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Collection Agency Coming After Me After Short Sale!!!


stevemia
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Closed on an investment short sale in Fl in 3/10. Bank would not offer letter of non-deficiency but my atty & realtor both spoke with bank and they assured there would be no deficiency.

I agreed to sign a note with the PMI company on closing as well.

Bank reported to credit bureaus:" LEGALLY PAID IN FULL FOR LESS THAN FULL BALANCE OWED".

My attorney made me handwrite a statement on the bottom of the acceptance letter: "I am accepting this short sale with the intention that no deficiency judgement will be pursued." and I signed it. The short sale letter was accepted by the bank and they never mentioned that it would be a problem.

Now, Im getting calls from a collection company. Called bank and they told me they assigned it for recovery to them. I never received a demand from the bank, though. I called PMI company and they told me that they reimbursed bank 25%. Bank wrote off the entire amount though. PMI company told me that these collectors are attempting to get whatever they can and that as long as the bank hasn't demanded the proceeds directly, that I should disregard.

My lawyer made up a Debt Validation letter for me to send the collection agency, Oxford Management. He seems to feel that the bank accepted my terms in an unconventional manner as well by not rejecting my handwritten statement on acceptance. He also says that Chase approval letter never mentioned fact that they could or would pursue deficiency and that since this now an unsecured loan, that they will not get a nickel from me. He will work the case if they attempt a judgement but he feels again that they are attempting to intimidate me.

Please give me feedback as I am a bundle of nerves now that this has happened. Thanks!

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  • 5 months later...

We too had this happen 4 years later by Chase. Agreeing to the terms of the short sale. No mention of defiency balance oweing. Yet we have had two collection agencies try & collect. Sent them a DV letter from our attorny - never heard anything back. its been since Jan 2011.

Ours was a HELOC reviewing the doc's no mention of being anon secured loan only state Home equity Loan Mortgage. Nothing in it about being unsecured at all.

Good Luck!

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  • 2 weeks later...
  • 2 weeks later...

Could anyone shed some light as to what is the benefit of having a credit report that shows an item and then it is either ignored or not legally a responsible report?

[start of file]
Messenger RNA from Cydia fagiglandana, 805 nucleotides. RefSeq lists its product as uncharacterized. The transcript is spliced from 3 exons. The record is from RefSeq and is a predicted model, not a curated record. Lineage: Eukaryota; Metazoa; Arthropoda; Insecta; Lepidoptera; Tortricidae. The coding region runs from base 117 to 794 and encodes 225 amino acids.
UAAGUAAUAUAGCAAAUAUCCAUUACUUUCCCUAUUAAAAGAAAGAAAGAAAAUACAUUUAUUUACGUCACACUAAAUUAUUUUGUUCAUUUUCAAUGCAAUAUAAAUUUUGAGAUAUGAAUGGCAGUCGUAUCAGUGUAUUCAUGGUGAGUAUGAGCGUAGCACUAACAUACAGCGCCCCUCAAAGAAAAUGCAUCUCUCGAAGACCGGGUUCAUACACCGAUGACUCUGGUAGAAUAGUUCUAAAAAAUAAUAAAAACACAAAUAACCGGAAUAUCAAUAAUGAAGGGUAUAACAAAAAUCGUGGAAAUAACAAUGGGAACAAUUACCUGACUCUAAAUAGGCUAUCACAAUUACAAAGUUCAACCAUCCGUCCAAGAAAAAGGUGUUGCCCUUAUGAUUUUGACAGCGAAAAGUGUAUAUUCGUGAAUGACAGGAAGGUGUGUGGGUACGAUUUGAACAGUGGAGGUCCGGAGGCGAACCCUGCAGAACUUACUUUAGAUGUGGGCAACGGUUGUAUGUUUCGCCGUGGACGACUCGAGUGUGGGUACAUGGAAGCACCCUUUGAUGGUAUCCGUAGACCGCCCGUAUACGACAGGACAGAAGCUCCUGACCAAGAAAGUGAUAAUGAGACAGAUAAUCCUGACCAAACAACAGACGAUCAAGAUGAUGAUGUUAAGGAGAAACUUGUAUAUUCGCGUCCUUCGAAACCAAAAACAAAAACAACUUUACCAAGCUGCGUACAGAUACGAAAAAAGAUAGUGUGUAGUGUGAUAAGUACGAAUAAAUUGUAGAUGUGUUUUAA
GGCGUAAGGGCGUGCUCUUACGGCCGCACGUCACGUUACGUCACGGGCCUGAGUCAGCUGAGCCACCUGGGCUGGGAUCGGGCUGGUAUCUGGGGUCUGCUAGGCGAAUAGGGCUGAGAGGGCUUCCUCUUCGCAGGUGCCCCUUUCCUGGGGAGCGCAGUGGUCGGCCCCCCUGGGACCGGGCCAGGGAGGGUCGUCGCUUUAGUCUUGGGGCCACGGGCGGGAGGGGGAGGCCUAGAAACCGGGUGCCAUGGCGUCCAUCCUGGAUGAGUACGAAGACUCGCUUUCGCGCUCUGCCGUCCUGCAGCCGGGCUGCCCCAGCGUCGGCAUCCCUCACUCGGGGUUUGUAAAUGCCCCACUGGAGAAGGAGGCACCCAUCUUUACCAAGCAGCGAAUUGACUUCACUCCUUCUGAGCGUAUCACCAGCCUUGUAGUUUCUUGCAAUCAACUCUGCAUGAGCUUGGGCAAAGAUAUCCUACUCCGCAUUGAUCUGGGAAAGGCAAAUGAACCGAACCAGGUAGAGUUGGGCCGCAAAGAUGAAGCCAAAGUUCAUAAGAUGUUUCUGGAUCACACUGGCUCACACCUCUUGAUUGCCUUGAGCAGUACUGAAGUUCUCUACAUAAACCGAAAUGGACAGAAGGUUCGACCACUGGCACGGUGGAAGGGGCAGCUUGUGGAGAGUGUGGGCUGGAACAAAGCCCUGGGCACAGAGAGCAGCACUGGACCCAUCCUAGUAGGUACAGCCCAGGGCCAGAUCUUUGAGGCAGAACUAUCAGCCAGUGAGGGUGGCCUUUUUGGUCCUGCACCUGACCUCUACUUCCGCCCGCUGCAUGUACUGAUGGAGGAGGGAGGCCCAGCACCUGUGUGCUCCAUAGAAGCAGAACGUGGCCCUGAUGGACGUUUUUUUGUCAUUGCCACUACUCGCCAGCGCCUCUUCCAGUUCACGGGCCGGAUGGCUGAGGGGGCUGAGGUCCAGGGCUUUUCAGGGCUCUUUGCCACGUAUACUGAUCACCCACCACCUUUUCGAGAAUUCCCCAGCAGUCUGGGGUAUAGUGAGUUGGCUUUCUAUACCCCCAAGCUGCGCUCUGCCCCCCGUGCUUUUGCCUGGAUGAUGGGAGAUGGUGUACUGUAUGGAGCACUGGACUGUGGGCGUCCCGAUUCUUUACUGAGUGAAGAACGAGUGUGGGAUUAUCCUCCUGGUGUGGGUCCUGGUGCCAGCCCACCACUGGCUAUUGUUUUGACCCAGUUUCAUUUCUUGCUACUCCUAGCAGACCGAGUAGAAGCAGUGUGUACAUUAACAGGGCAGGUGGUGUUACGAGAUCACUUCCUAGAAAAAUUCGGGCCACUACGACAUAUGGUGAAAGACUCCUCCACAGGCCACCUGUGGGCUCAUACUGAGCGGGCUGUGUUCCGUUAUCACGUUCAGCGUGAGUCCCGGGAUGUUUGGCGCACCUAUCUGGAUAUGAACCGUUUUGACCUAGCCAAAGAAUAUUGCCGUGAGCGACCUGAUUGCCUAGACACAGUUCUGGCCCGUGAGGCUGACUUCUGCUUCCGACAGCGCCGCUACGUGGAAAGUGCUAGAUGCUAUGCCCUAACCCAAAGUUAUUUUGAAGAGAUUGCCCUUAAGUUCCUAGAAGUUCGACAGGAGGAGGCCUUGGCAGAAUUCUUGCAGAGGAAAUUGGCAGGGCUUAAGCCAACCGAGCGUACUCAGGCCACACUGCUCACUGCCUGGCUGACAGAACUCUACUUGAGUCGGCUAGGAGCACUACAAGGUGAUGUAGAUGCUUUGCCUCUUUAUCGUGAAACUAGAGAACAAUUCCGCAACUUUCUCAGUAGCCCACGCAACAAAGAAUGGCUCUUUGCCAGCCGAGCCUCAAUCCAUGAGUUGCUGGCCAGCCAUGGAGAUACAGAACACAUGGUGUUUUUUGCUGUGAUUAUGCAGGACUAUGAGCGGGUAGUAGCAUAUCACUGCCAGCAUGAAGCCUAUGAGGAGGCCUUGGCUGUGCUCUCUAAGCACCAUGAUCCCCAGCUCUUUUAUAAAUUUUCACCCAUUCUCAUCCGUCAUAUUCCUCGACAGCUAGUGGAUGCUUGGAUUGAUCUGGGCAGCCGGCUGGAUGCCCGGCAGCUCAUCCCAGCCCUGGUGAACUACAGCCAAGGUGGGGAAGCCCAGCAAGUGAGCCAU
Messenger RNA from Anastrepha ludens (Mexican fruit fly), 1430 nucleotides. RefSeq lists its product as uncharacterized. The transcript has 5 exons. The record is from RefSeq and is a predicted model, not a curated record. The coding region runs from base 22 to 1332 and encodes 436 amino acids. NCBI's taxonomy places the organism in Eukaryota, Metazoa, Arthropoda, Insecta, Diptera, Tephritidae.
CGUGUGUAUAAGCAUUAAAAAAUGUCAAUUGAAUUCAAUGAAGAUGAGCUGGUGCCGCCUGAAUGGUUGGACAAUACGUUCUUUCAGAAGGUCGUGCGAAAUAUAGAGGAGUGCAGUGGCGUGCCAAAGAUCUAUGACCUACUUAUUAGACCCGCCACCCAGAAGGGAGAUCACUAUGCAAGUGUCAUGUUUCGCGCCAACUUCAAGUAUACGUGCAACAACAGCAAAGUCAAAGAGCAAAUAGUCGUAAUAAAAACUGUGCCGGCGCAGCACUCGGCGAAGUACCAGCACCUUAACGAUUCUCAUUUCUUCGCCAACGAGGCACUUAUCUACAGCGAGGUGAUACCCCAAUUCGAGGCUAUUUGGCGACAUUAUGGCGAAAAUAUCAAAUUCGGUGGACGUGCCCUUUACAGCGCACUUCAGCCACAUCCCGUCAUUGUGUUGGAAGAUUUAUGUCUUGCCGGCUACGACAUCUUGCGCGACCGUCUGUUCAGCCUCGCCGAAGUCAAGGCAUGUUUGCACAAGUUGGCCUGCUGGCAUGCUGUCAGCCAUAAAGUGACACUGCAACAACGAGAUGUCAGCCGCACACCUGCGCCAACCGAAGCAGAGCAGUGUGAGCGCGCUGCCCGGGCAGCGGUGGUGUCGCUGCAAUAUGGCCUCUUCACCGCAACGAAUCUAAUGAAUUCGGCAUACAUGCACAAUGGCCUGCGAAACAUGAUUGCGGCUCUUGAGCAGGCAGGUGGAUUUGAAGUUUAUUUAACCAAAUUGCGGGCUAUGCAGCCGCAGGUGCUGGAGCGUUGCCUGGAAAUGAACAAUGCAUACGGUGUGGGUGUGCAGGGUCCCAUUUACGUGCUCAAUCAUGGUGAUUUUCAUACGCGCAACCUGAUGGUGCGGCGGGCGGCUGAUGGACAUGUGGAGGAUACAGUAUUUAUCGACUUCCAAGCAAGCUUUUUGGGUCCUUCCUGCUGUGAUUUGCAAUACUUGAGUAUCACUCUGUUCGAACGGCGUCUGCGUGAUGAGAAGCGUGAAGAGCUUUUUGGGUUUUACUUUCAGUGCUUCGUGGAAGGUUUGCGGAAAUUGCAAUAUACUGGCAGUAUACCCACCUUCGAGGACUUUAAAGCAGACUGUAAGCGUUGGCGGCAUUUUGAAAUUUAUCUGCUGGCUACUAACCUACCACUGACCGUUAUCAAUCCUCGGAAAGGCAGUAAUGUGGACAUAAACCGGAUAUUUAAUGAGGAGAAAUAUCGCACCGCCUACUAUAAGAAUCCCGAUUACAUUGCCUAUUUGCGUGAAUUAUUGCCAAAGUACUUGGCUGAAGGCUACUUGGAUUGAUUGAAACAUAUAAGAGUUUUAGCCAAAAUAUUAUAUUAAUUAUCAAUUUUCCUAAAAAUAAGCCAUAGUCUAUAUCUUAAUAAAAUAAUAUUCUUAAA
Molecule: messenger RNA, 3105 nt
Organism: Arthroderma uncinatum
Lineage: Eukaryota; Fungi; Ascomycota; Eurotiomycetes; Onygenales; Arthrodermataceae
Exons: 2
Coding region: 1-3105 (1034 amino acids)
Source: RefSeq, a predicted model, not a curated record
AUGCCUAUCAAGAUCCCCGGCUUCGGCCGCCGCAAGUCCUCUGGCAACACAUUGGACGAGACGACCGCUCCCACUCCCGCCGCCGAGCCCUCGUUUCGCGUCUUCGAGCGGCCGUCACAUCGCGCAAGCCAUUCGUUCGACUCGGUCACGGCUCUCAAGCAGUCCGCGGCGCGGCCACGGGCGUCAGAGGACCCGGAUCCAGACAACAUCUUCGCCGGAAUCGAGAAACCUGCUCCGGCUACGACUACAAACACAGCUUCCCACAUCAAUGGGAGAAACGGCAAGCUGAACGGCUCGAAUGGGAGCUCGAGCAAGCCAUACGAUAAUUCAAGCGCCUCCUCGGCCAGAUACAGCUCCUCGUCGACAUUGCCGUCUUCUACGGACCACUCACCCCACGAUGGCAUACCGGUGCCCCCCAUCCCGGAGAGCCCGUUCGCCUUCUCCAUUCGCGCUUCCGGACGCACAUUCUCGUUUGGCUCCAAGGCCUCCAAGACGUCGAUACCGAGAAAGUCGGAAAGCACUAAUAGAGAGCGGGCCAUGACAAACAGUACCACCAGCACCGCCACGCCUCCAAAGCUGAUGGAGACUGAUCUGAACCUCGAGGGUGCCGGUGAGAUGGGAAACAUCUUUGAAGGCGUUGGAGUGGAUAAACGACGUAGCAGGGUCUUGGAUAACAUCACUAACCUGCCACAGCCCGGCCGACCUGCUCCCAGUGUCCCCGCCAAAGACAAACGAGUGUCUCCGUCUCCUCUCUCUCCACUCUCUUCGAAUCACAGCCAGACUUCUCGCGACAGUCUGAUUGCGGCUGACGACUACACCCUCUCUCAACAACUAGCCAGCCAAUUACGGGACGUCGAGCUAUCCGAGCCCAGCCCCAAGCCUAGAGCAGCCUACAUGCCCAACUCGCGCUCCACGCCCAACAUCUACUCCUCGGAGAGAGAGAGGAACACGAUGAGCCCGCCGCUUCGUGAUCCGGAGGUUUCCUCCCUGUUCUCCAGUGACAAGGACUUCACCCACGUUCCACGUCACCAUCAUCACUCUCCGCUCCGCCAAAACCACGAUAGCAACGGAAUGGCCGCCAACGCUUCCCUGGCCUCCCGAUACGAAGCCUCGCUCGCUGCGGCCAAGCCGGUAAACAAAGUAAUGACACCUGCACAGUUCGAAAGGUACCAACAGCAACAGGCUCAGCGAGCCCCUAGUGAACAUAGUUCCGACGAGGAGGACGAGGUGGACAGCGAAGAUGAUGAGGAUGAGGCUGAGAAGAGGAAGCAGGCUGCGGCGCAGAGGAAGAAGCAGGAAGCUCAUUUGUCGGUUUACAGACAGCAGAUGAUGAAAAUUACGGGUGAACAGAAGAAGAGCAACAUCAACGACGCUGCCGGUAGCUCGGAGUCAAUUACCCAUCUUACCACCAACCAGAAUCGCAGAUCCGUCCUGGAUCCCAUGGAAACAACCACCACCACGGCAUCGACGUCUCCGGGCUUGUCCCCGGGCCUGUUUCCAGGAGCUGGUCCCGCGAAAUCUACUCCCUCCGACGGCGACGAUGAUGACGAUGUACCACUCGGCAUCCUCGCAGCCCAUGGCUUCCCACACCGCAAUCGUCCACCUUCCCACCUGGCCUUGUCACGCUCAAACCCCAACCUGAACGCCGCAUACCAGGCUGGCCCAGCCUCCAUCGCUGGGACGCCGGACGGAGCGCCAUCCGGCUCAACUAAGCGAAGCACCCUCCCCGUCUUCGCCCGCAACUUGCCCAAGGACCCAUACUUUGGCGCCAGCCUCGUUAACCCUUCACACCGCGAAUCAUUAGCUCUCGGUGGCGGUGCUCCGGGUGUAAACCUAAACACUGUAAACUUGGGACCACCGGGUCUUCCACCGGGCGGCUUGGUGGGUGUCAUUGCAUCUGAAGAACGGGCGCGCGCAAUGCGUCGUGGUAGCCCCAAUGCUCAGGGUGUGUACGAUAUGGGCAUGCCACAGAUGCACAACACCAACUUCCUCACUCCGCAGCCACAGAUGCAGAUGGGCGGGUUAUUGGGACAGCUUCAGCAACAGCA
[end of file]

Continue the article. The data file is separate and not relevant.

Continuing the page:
If a lender reports "Legally Paid in Full for Less than Full Balance", Closed Account, Zero Balance, No Charge-Off, Never late., Pays as agreed...and then they turn it over to a collection agency, where do you start to determine what is legal and what is not?

Can they simply report this Legally Paid in Full and then later on turn it to collection ?

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You should know that what is reported to a CRA has no legal standing except in FCRA/FDCPA cases. The "misreporting" is a result of the list of reporting codes the CRA has - they obviously have none for "short sale with deficiency". The "paid in full" part is obviously (in their mind) applying to the lien only, not the debt.

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"In their mind"????

What does that mean? In my mind I owe nothing. Legally paid in full cannot refer to only one segment of a mortgage.

I still believe that they reported this correctly and possibly coded it incorrectly or one department at Chase does not speak to the other.

How can they seek deficiency in full before collecting from PMI company, yet I am paying PMI company a note?

I called PMI company, they cannot even understand how Chase can be seeking anything at all from me without first submitted claim. They have no idea why the claim has not been submitted either yet they tell me they send reports to Chase monthly regarding the fact that it is past the 60 day window to submit a PMI claim.

I say something is fishy here.

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  • 1 month later...

Hi, I am very sorry to hear about your case.

I just did the closing on my short-sale with Chase last week. It was confirmed to me verbally from the lender and from my lawyer that there will be no deficiency judgment. After reading your post, I called the lender again and she confirmed to me again that in her system my loan is as 'no deficiency' loan.